A walk in the tree tops.

There are many things you have to rethink and do a little differently when you live in a smaller space. One of the big changes is not accumulating new things. My view on consuming and owning things has completely changed in the last year. We really do not need half the things we buy and fill our homes with, I don’t miss any of the many objects that we sold or gave away when we moved out of our house and am determined to not accumulate new things I don’t need. So now we are very selective about bringing new things in to the bus. For the most part it’s actually not that hard, once you make a conscious choice not to buy you simply don’t go in to shops, you don’t put the temptation in your path. And when you do need something you make sure you just buy what you came in for, no impulse buying. Birthdays and gifts just have to be done a bit differently. It either needs to be something you can consume or something you can do.

For Fathers day Oliver chose something we could do during our time on the West Coast and gave Wayne a voucher to do the tree tops walk just out of Hokitika. So before we left Hokitika behind we headed off to all enjoy Wayne’s present. The walkway is set in a piece of bush next to Lake Mahinapua and you stroll along 20 metres high literally amongst the tops of the towering Rimus, gazing down at the lower canopy below. When you are used to walking at the feet of these giant trees it is a novel experience to be able to reach out and touch their leafy tops.

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The highlight for Oliver was definitely the tower that climbs 40 metres high to a point where you are even looking down on the tops of the Rimu. He was up those stairs so quickly, calling for us to catch up and see the view from the top.

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We stopped in at Lake Mahinapua on our way back to the bus and I was thrilled to find some white heron right on the edge of the lake, slowly strolling around the shallows and searching for fish. These graceful, elegant creatures are one of my absolute favourite birds and their breeding grounds lie not to far down the coast which is probably why we saw a few of them here. Normally you only see them on their own, a bird which prefers its own company. For me those quiet moments watching the herons just do what they always do, unbothered by my presence will be a highlight when I look back at our time in this area, made better because Wayne and Oliver stood quietly beside me taking in the moment as well.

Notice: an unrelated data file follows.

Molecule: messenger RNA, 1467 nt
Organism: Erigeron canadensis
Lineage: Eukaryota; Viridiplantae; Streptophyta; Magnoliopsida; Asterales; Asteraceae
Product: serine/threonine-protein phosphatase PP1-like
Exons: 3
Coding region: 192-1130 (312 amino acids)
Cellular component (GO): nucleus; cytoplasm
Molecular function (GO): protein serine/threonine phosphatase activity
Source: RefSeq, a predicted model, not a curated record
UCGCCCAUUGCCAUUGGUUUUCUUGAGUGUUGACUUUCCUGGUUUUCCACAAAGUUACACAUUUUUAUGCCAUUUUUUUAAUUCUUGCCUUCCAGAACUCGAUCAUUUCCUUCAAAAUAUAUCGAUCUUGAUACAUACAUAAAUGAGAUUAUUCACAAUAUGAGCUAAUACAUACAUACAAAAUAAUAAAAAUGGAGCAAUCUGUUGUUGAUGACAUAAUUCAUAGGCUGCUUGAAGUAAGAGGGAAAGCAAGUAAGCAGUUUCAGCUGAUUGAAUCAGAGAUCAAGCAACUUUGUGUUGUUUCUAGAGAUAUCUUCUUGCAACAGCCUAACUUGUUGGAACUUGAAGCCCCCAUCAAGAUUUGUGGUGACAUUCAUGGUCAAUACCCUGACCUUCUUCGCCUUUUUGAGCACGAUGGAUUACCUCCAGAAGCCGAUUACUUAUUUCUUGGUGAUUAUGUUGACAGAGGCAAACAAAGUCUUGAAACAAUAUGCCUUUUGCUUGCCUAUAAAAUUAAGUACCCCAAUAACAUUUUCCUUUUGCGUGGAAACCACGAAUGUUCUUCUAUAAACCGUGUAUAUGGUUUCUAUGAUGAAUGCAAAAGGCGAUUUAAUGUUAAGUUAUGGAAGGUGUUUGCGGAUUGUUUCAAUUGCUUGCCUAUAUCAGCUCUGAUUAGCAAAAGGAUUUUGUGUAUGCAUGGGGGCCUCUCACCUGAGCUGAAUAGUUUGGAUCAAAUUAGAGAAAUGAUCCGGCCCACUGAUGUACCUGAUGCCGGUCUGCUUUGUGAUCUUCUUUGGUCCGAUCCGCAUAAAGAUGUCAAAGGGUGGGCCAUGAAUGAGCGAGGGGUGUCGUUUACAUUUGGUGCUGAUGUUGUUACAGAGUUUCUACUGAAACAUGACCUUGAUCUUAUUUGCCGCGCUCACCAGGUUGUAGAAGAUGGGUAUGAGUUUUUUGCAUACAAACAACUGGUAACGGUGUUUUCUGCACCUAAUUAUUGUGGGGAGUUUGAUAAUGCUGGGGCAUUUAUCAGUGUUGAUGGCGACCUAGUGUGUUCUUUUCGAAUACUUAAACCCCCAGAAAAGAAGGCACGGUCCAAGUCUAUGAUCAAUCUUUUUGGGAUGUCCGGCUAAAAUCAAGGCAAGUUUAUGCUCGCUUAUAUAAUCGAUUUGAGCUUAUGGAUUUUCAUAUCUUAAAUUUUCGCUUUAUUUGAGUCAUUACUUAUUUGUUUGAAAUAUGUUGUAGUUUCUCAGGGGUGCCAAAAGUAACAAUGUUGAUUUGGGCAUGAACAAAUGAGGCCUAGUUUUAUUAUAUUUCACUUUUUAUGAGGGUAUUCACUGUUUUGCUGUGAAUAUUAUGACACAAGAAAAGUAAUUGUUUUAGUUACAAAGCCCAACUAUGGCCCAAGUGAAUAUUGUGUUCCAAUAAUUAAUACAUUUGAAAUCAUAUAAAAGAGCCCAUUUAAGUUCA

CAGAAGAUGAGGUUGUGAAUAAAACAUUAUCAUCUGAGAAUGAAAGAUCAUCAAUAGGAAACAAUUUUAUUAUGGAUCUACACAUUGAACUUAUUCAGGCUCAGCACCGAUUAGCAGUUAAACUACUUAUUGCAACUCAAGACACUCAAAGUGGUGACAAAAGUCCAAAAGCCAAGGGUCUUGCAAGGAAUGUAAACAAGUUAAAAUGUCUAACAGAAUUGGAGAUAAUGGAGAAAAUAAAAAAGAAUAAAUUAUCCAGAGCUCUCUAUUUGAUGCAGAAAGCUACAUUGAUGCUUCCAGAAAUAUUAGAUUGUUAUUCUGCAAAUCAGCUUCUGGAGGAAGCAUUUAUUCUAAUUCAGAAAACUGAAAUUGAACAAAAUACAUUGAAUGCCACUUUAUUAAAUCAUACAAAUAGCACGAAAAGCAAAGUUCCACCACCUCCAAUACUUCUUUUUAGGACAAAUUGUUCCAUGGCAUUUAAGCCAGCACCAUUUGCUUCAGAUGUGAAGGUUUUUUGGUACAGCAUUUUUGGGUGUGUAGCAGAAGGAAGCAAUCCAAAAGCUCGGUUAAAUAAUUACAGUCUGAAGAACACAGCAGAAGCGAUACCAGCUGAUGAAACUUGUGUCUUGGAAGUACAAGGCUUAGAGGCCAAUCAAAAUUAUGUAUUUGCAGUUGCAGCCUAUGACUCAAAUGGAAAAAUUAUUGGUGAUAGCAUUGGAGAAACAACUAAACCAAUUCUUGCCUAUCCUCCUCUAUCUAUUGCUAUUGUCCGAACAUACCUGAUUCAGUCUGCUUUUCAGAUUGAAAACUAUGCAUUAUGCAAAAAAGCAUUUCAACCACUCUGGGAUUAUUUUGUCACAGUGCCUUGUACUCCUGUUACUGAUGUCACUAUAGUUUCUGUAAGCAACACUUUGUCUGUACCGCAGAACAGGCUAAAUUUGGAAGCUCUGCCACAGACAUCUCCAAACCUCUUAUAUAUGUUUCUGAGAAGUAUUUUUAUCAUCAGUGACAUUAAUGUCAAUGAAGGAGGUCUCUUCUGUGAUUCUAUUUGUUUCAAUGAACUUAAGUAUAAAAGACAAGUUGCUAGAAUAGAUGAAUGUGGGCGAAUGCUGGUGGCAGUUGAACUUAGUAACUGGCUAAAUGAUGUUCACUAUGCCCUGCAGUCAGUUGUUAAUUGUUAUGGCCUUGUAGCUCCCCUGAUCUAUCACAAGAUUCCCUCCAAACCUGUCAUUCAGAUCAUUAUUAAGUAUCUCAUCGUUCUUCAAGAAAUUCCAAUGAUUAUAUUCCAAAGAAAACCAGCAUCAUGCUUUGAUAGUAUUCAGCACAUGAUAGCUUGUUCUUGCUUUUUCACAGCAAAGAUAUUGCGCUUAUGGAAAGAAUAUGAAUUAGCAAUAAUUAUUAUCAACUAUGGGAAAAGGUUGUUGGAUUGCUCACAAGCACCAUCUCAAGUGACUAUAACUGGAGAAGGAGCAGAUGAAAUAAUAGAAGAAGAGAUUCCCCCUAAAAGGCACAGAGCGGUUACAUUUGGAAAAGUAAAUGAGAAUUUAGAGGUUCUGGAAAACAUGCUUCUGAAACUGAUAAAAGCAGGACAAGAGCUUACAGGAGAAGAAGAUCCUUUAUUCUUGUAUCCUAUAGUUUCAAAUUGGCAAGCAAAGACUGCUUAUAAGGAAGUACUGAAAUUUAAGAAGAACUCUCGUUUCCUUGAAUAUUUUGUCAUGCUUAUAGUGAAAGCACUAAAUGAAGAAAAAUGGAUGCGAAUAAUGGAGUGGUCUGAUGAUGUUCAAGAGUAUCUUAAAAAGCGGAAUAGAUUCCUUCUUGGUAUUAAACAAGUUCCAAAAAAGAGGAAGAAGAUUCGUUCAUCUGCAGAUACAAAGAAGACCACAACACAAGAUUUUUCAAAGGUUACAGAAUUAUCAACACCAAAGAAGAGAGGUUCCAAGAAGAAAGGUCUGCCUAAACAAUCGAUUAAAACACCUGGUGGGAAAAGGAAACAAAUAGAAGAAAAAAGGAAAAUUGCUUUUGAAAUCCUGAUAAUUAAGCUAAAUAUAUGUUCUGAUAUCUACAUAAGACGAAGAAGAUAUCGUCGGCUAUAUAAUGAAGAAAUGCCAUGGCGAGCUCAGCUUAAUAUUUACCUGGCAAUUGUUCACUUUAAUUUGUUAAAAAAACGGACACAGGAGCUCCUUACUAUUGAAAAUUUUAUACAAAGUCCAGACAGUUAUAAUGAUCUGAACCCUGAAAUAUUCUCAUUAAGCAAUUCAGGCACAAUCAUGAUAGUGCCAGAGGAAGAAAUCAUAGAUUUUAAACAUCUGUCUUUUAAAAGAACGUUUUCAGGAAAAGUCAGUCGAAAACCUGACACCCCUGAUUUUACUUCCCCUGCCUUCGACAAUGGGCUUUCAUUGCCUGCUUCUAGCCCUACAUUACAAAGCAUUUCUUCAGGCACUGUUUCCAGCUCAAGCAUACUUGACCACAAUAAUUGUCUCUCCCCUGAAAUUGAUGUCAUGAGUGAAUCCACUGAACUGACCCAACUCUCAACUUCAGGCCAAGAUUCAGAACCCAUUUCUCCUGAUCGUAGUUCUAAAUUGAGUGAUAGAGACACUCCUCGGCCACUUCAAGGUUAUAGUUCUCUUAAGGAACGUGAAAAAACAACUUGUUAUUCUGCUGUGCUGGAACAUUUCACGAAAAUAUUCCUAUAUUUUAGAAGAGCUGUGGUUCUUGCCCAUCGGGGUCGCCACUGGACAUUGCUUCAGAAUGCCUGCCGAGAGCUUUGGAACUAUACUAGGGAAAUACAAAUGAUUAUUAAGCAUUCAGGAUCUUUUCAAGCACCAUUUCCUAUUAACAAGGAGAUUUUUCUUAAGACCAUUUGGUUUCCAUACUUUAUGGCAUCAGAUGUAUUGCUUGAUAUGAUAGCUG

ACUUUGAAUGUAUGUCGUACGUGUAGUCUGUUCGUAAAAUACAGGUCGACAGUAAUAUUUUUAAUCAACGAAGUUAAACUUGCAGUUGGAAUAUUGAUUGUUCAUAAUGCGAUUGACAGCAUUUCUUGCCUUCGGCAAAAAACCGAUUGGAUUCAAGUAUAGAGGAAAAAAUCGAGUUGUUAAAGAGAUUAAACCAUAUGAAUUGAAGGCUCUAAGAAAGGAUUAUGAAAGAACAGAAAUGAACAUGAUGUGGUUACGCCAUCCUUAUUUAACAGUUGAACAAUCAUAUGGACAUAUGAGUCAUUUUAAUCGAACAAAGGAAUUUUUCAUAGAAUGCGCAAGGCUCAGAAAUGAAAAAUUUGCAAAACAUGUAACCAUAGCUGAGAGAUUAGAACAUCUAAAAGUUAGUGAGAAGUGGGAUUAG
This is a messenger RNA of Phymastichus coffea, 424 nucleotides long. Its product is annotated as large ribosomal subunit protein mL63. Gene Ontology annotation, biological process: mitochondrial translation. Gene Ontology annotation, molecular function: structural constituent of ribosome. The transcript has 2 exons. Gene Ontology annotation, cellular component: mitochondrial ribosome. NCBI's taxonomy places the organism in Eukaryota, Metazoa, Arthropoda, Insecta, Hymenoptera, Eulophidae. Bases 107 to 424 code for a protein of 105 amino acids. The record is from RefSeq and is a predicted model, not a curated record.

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Charming lakes and a groovy little town

As we moved further south we had spent a few nights in Greymouth parked right by the ocean. The weather was a bit stormy while we were there and watching the huge waves pounding in on the beach was a great way to pass the time. In the end we decided that waiting out the weather just wasn’t possible here, so we headed in land slightly to Lake Brunner. It was only a quick half hour drive there with an interesting stop at the Brunner mine site to stretch our legs on the way. It seemed somewhat hopeful we may leave the rain behind as we arrived at our spot at the lake amidst actual sunshine. So even though we didn’t really do much in our day here apart from a little bush walk and a look around the sleepy little lake side town we really enjoyed our time here.

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We wound our way around the lake the next day stopping on our way to walk up to Carew Falls.

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Once we left the lake behind we headed to a DOC camp called the Goldsborough campsite. It was right next to a river where you could pan for gold and had plenty of walking tracks to explore from here as well. We tried our hand at the gold panning but no trace of gold lingered in the bottom of our pans at the end. I fear we are destined to be unlucky miners. The next morning we were up early and headed in to Hokitika to find a base for the next two nights. The forecast was telling us that although the sun was out in full force it was not meant to last, so we really wanted to make the most of it while it was here.

Ever since we passed through Punakaiki we had noticed an ever growing number of tourists had joined us at all the places we were exploring, this morning after we dropped the bus we headed to the Hokitika Gorge and it was clear that it was no longer the off season, we would have to get used to sharing our travels with a whole lot more people. The gorgeous blue of this river is worth putting up with some crowds to see though. It is so vibrant a colour it’s almost hard to believe its natural.

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After snapping a few pictures of the gorge we left most of the crowds behind and took a drive around Lake Kaniere. We stopped to take in a waterfall and have a stroll down to the lake edge, found a great little DOC camp that would be a wonderful summer spot to camp and then headed back in to Hokitika.